Coup d’états are less likely to succeed against rulers who “counterbalance” their militaries with presidential guards, militarized police, and other security forces outside of military command. But there may be downsides.
Corruption is an issue largely off the radar screens of many IR scholars. How can they better theorize corruption’s pervasiveness in international politics, while avoiding the biases of past approaches?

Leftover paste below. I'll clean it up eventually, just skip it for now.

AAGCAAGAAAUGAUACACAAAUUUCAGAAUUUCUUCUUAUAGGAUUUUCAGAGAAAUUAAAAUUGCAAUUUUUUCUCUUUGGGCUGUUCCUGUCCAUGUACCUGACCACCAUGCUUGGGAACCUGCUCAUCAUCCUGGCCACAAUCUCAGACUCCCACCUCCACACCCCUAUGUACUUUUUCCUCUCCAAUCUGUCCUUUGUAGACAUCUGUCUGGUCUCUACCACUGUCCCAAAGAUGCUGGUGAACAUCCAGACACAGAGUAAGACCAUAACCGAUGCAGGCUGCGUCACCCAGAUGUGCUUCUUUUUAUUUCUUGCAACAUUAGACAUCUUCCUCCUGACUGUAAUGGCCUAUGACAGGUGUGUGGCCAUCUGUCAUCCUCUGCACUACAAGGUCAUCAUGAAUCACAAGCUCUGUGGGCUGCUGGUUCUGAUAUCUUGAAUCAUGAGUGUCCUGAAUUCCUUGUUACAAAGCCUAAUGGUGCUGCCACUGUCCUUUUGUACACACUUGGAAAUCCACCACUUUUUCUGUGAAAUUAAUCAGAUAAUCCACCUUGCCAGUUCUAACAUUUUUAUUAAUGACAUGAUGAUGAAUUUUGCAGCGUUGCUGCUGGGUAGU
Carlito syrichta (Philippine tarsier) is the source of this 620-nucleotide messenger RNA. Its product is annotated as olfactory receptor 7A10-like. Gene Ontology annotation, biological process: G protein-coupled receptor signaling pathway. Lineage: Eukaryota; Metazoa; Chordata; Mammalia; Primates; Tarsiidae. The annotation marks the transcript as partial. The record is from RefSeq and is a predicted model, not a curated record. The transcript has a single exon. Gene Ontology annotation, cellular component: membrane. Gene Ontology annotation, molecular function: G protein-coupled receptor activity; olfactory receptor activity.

Matt Hancock, a Conservative MP and the UK’s Health Secretary during most of the Covid lockdowns, has failed upwards. Less than four months ago, Hancock resigned in ignominy, caught breaking his own social distancing rules when he and an aide had an affair in his Whitehall office. Yet, after a brief summer holiday, he’s now been resurrected, appointed a UN special representative in sub-Saharan Africa. Why do we allow political leaders to revive their careers after they’ve failed miserably? Who, exactly, wants more of Matt Hancock?